Release Date: September 10, 2013

In this first of two collections of short stories, we find our favorite Sailor Guardians and their friends encountering new mysteries, enemies, allies, and once more saving the day. After the daughter of a foreign diplomat transfers to her school, Chibi-Usa's male classmates suspiciously stop attending classes. Upon investigation, Chibi-Usa discovers the new transfer student is a vampire! Mamoru’s birthday gift to Chibi-Usa turns out to be the brainwashing device of a depressed folk tale heroine come-to-life, seeking sympathy from fellow women and girls! Chibi-Usa’s Pink Sugar Heart Attack becomes literal when defeating a local sprite that has possessed the dentist she and Usagi visit to get their cavities treated. Then, other local sprites wreak havoc in the lives of Mako, Ami, and Rei as they and Mina and Usagi study for high school entrance exams. Finally, Chibi-Usa and her newfound BFF’s help out the quirky proprietor of a mysterious pawnshop that is under attack by both human and otherworldly entities!

I'm back after an unintentional two week sabbatical! This post brought to you by the surprise package waiting on my porch when I got home yesterday. Inside were two books I had totally forgotten were due out, one of which was the first volume of translated short stories from the Sailor Moon series. The volume, contrary to what I thought when I first saw the Japanese volumes in the Japanese bookstore Kinokuniya earlier this year, is not a special edition extension of the story, but rather a collection of  the bonus chapter stories that appeared at the end of the original 18 tankoban (manga volumes). When the series was rereleased in Japan in 2003 to promote the Pretty Guardian Sailor Moon live action drama, the number of tankoban was slashed to 12, a reduction made possible by putting more chapters per book and removing the bonus chapters to make space for the extras. Of course, they couldn't just cut those out entirely, since they were part of the series' canon, so they were compiled into two tankoban and sold separately. What this meant for me was that some of the short stories in the volume, I'd read before (multiple times), some I had seen as animated shorts, and others I didn't even know existed.

The stories were all delightfully silly and fun! Despite being short, individual stories, they were split into two groupings that shared a common theme—the first being Chibi-Usa's Picture Diary and the second the Exam Battles faced by the older girls as they prepare for their high school entrance exams. The stories, as usual, focus more on the backstory leading up the final conflict rather than the conflict itself, a hallmark of shoujo stories. But that works out quite well, as the stories' main purpose mostly seemed to be character development. We are treated to personal character introductions featuring information on favorite colors, favorite foods, blood type (a distinction comparable to zodiac signs in Japan often used as a matchmaking, personality, or behavioral prediction tool), hobbies, etc. Being a huge fan of character development, I appreciated these extra stories right from the get-go, even more so because one of my biggest complaints about the Sailor Moon series is that the other Sailor Scouts are often forgotten when it comes to fleshing out their characters.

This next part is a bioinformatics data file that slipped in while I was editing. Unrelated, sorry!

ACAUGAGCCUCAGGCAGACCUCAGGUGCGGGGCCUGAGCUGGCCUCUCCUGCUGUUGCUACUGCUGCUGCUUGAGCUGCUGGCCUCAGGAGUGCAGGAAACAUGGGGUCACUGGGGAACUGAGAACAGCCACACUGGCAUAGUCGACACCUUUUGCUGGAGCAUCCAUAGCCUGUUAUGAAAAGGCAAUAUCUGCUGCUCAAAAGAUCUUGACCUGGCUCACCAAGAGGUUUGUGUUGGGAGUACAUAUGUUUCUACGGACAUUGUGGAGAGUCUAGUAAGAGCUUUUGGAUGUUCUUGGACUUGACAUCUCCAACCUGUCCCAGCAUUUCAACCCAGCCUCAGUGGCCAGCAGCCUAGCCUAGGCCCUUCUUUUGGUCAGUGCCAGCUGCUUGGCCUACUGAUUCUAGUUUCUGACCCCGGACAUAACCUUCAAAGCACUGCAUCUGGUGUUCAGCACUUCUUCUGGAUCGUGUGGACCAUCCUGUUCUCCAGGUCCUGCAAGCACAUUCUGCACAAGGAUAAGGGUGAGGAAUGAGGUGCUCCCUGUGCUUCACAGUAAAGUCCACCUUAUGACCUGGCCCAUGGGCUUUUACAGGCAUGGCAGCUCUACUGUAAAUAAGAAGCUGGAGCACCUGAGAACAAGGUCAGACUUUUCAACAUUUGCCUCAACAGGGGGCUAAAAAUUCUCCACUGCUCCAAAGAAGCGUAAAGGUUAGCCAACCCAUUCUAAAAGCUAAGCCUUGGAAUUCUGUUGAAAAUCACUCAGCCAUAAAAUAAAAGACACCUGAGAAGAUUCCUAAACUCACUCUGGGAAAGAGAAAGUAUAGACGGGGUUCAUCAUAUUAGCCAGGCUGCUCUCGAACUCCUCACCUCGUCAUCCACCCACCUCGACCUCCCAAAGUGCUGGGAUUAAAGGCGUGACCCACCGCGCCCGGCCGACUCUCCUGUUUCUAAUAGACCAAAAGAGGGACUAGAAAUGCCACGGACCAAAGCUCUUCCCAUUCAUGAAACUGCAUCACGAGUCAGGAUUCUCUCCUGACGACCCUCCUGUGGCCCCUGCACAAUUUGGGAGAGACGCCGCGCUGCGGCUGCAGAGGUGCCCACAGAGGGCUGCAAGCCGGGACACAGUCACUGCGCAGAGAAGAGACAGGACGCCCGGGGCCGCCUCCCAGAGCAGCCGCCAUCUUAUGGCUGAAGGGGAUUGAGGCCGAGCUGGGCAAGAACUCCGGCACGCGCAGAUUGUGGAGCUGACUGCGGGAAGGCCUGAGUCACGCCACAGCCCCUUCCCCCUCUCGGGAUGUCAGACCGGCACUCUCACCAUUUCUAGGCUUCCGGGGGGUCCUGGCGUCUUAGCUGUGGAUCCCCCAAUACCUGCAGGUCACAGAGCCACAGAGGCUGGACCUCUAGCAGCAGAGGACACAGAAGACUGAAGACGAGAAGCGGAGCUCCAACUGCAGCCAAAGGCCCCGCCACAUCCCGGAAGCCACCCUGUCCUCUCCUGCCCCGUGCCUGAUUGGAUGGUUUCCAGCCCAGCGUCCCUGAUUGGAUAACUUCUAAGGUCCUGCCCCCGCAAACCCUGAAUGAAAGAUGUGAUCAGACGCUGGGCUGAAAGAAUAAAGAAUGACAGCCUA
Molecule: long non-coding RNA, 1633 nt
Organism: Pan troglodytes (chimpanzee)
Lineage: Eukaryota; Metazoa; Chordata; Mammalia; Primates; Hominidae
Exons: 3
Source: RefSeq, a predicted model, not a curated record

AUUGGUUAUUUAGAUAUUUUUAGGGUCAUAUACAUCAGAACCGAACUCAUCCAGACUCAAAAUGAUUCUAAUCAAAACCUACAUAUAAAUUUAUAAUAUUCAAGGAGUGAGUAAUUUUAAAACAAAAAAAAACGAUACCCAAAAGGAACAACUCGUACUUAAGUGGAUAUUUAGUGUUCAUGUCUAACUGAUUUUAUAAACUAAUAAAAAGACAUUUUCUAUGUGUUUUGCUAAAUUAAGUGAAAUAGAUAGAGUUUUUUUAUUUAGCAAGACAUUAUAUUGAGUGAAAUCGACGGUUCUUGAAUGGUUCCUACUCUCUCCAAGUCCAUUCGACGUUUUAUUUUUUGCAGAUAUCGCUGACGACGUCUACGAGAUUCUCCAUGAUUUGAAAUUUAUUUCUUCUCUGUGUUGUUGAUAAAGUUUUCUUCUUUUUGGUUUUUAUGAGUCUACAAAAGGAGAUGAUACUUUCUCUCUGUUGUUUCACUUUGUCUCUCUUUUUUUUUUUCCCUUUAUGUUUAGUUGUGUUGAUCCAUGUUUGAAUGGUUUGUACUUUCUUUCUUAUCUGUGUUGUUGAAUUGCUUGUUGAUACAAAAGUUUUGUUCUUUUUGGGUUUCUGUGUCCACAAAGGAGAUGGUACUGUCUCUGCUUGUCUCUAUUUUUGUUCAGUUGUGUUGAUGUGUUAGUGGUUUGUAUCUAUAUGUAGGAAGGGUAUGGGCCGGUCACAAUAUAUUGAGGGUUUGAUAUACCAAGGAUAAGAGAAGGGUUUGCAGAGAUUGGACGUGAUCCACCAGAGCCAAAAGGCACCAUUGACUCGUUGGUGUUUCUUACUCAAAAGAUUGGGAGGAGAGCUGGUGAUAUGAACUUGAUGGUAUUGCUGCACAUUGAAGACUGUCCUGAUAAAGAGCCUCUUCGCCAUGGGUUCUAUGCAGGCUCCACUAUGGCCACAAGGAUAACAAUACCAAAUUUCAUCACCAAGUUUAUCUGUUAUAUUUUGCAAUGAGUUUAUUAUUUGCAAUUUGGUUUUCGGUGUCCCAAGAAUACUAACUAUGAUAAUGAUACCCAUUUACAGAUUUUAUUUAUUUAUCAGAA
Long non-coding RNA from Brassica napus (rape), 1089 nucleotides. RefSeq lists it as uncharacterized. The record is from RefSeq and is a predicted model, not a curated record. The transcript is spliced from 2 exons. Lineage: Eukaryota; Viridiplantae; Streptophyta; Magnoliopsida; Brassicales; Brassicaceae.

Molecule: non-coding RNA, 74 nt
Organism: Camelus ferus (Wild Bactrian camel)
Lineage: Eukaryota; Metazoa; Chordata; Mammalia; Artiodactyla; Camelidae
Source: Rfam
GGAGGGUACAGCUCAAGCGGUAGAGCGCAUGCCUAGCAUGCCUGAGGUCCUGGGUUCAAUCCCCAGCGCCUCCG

The pacing was about what you would expect in these stories, and as mentioned previously, each story is self-contained, despite being a part of a larger thematic narrative. We also get to meet two new characters—Chibi-Usa's BFFs—who had a surprising relationship to one of the trademark side characters of the series that I never knew about! Throughout these stories, we get to experience Takeuchi's gift with puns and what I imagine must have been the result of extensive research.

My biggest issue with this volume likely lay in the translation, which must have been extremely hard to work out this time around. I'd have to read through the Japanese volume to be sure, but Japanese often uses sentence endings to reinforce something such as the speaker's foreign origin or inhuman nature (for instances, talking cats or cat-humans might end a sentence with nyao, the Japanese counterpart to the English onomatopoeia, meow), a feature we distinctly lack in English. I can only guess that this is what accounts for the translator's inexplicable use of the letter "z" and improper grammar to denote what I think must be a(n evil) spirit of Chinese origin or the hard to understand valley girl speak of Chibi-Usa's kogal friends in the bonus chapter and, at times, even harder to understand explanations of their slang as given by Chibi-Usa. (I would also like to note that Chibi-Usa's BFFs don't look like third graders at all. Irrelevant, but it needed to be said.)

My final verdict? I would definitely recommend this book to Sailor Moon fans, particularly if you want to see the girls in a more relaxed setting and learn more about who the other four Inner Scouts are as individuals. It's a fast and fun read, perfect for a break taken from studying for classes or preparing for yet another meeting. Four stars, one star docked for the at times hard to follow translation.

Who's your favorite Sailor Scout? Any you wish you'd gotten the chance to get to know better or that you wish had gotten more screen time in the series? Hit me up! I love talking about Sailor Moon, and I'd love to hear your opinions on the ground breaking series.